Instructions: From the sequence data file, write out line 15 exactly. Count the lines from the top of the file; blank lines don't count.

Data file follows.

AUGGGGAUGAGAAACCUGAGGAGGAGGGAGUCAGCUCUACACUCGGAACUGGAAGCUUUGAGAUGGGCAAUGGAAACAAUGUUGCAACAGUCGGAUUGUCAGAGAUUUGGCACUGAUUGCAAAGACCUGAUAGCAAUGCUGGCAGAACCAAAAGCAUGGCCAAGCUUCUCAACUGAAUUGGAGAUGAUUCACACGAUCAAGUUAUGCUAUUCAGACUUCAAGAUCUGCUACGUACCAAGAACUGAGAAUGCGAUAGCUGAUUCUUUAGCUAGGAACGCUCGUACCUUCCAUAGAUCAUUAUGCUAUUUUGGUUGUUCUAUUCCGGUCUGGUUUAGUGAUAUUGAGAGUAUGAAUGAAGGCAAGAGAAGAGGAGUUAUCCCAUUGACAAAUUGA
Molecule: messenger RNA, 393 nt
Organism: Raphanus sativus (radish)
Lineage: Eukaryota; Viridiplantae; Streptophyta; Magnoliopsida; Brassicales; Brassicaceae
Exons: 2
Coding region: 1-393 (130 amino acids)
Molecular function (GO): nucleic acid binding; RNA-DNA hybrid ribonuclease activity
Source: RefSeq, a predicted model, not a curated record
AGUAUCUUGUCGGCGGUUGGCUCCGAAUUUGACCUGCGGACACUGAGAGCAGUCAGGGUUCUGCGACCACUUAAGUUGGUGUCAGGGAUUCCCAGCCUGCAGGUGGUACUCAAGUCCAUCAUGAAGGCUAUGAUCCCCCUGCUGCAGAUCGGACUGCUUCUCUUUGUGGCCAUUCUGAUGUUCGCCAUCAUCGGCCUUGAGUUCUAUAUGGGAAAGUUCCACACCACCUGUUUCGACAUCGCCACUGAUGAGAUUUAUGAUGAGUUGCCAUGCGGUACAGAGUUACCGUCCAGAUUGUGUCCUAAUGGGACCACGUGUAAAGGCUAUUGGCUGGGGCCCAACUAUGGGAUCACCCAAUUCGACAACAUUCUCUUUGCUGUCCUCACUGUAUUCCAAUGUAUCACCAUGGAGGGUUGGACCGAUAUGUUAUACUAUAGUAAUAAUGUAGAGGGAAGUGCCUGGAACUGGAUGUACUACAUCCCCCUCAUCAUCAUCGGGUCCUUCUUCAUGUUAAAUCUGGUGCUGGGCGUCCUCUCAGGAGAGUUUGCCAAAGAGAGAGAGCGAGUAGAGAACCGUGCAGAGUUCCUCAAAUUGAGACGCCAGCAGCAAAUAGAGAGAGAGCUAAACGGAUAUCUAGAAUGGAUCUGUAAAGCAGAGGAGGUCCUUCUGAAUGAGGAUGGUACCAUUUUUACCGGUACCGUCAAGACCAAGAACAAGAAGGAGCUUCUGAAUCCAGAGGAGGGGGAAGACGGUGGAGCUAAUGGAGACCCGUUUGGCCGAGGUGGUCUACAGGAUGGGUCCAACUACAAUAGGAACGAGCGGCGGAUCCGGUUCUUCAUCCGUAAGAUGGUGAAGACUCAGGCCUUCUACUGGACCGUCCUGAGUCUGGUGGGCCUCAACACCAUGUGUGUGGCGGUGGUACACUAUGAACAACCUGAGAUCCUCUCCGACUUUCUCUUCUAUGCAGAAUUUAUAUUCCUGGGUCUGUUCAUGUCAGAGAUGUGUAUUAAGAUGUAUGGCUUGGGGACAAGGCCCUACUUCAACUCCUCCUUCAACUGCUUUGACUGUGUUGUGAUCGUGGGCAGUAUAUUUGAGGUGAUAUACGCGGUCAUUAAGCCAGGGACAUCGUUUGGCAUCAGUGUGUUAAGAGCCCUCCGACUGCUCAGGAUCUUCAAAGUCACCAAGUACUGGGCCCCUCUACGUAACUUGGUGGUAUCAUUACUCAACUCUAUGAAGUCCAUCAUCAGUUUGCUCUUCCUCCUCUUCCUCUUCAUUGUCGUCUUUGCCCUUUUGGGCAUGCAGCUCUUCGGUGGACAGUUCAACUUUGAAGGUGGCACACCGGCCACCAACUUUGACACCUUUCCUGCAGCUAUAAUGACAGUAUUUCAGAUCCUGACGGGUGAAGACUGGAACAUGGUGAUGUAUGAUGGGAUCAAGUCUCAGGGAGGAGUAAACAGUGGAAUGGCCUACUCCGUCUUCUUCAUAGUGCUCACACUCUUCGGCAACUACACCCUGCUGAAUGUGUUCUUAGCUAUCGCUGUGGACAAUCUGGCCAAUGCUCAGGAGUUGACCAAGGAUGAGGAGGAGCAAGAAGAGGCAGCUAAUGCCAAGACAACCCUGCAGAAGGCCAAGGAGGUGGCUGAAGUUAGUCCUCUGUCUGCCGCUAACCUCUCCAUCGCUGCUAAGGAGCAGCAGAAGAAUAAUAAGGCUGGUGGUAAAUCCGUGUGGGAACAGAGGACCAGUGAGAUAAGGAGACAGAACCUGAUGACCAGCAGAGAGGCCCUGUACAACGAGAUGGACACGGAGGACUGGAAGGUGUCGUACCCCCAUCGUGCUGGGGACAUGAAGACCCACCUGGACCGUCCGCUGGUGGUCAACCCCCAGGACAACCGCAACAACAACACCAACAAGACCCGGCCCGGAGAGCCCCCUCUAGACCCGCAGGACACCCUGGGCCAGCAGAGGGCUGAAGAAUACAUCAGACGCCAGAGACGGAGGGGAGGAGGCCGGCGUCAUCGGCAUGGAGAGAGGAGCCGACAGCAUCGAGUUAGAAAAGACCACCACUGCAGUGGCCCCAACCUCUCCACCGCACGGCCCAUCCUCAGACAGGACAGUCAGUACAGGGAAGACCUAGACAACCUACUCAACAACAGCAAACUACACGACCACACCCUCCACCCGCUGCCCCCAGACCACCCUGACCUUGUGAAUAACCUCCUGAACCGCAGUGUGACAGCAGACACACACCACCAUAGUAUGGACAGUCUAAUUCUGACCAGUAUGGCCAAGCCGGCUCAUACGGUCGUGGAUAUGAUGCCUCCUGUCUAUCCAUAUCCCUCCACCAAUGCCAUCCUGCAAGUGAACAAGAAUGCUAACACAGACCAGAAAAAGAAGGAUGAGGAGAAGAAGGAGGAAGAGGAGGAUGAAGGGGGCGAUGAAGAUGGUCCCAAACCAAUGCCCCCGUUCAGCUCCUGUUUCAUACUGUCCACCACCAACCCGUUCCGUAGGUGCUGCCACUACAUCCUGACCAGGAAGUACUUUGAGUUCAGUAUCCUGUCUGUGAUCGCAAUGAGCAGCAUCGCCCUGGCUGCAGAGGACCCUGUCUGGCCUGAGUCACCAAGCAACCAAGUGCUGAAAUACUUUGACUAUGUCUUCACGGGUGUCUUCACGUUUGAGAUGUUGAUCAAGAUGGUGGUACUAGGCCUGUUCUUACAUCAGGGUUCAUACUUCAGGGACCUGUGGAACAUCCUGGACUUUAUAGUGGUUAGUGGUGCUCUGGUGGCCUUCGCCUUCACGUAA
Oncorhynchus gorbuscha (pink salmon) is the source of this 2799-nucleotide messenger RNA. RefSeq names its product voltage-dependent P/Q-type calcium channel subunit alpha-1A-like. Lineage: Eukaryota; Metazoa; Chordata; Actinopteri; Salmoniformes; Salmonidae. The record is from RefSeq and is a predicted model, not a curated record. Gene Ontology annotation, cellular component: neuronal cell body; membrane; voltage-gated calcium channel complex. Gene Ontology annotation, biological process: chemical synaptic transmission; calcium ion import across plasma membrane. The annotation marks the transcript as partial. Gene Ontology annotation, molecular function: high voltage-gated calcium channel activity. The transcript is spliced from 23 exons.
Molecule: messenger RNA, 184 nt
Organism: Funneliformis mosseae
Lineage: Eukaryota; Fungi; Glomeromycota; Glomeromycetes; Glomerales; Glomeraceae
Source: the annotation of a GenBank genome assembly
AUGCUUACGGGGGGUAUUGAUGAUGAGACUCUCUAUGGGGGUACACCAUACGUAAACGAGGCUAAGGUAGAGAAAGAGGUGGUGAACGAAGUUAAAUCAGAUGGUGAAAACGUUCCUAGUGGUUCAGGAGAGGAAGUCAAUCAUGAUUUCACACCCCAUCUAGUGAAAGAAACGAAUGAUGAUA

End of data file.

AUGCUUACGGGGGGUAUUGAUGAUGAGACUCUCUAUGGGGGUACACCAUACGUAAACGAGGCUAAGGUAGAGAAAGAGGUGGUGAACGAAGUUAAAUCAGAUGGUGAAAACGUUCCUAGUGGUUCAGGAGAGGAAGUCAAUCAUGAUUUCACACCCCAUCUAGUGAAAGAAACGAAUGAUGAUA